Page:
ZS: Compared to the main fashion cities in Europe, Seoul is very far away, so it is hard to find a commonality or to have the same crowd come on the back of Paris or London. I don’t think it is enough for celebrities to come to the shows either. I want designers to be more creative with their collections and the show is very important. My plan is to support them in achieving that, and that will hopefully boost the recognition of SFW.

The second part of the plan is to collaborate with the BFC, to do an exchange where a Korean designer comes here and a London designer shows in Seoul, that would be really interesting. A fashion foreign exchange. I’ve only been the chairman for a few months, but in the next year I am planning to propose a collaboration between the ACF and BFC too.

MJ: Where is the Songzio collection designed and produced?

ZS: We design and manufacture everything in South Korea.

MJ: The current collection was influenced by the sea, with bright colours and prints on a blue base complementing the ubiquitous dark tailored pieces. Where do your ideas tend to come from?

ZS: The season is always the most important thing. For SS17 the title was Ocean and I was inspired by light spectrums coming through water, all very fluid and bright. For AW17 I was thinking much more about nature at that time of year, so it was dark. Colour bases of brown and black, with camel, orange and beige as the highlights; very natural colours, a contrast of the previous season’s bright mood.
Every season we start with a painting. I paint onto canvas as the starting point. Then I can start on designing the collection.

For AW17 there is a cross – the vertical and horizontal representing the subject and the emotions behind it – and other artworks that depict autumn forests. Some of the paintings are taller than me. We create digital prints by taking photographs of the paintings and then developing this into fabrics that make up the collection. For AW17 we have lined the tailoring with printed fabric too, which is the first time we have done this.

songzio aw17 painting
Paintings by Zio Song, created ahead of designing his AW17 collection

MJ: You have developed a signature style, merging art and tailoring, and in the past few seasons some sportswear influences have made their way into your show, which always feels new and fresh. How do you update achieve this while keeping your signature style?

ZS: Our customer is always the brand’s protagonist each season. I think about different people, emotions and styles and how different markets and individuals will interpret this and wear our brand. So each time we have different styles and categories but always with that base in tailoring which is what the brand’s identity comes from.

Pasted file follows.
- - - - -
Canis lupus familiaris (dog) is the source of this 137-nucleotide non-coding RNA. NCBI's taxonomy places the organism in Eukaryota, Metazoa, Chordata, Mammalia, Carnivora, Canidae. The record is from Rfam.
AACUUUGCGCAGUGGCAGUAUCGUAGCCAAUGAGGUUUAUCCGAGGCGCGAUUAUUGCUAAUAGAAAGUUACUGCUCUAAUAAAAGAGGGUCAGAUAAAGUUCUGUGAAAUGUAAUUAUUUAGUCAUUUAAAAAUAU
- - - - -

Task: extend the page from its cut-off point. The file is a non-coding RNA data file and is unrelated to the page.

MJ: You’ve talked about collaborating with BFC and having a London designer swapping with a Korean one etc., but would you want to collaborate with other designers or artists on your own label?

I would love to if I get the chance. The thing I love most about London is the contemporary art culture that is here, and I would love to bring a London designer’s work together with mine. Seoul and London combined. Not just established fashion people, but students, young artists… I would like that.

There are many art schools and courses in Korea but there is nothing like there is in London, so it would be amazing to bring artists or designers to Korea to introduce some of that culture in Seoul. It would be great for those young Korean designers to be able to experience the inspiration that I do in London, as it is expensive for them to be able to travel here.

MJ: In issue 14 of Candid – the Art Issue – I asked the question of if fashion can be considered art. What are your thoughts?

ZS: The Songzio design approach very much fuses the two together, so it is more difficult for me to see them both as two separate entities. I see fashion more as a visual art, like cinema, not like sculpture and fine painting. It is its own type of art. I think they both need to exist together, certainly for what I do, as I am both a designer and an artist. There are limitations – if a painter tries to design fashion or vice versa it might not work – but if the two can come together it creates a new energy.

MJ: As a menswear designer and a relatively small label compared to the fashion powerhouses, are you concerned about the shift to the ‘see it, buy it’ formula and the co-ed shows where many menswear shows were left off the schedule and joined womenswear?

ZS: The big companies have their own retail stores and it makes it a lot easier for ‘see it, buy it’ to be possible. It is difficult for smaller designers to be able to produce at risk or with short notice, and to get these out to buyers.

For next season, we are looking to launch t-shirts that will go online shortly after the show, which is sort of a ‘see it, buy it’ option, and it is much easier to achieve. The tailoring aspects and most other wouldn’t be possible at this stage for the brand. If it happens we will need to find a solution but it will be hard.

MJ: And finally, the AW17 collection is titled ‘Misanthrope’ and from the show notes we are told visually depicts the story of a young man, walking the cold yet serene streets on an eerie morning of an unknown city.  All of the models in the show had a similar look, with one of the standout faces of the season, Michael Walker, closing the show. Do you think about that “man” when you cast models for the show?

ZS: When the time comes to cast, I always have a look or image in my head of the model. When we saw Michael, he looked like the boy I had drawn in my sketches, so he was perfect. We had to have him.

Songzio finale aw17 michael walker photo by Ashley Verse
Michael Walker leading the finale of Songzio AW17. Photo by Ashley Verse.

Songzio will show his SS18 collection at London Fashion Week Men’s in June 2017.

Candid issue 14, the Art Issue, is available now.

 

Mr Song was interviewed via a translator; the original interview has been transcribed as accurately as possible.

Images courtesy of Songzio, with the exception of the cover photo by Ashley Verse.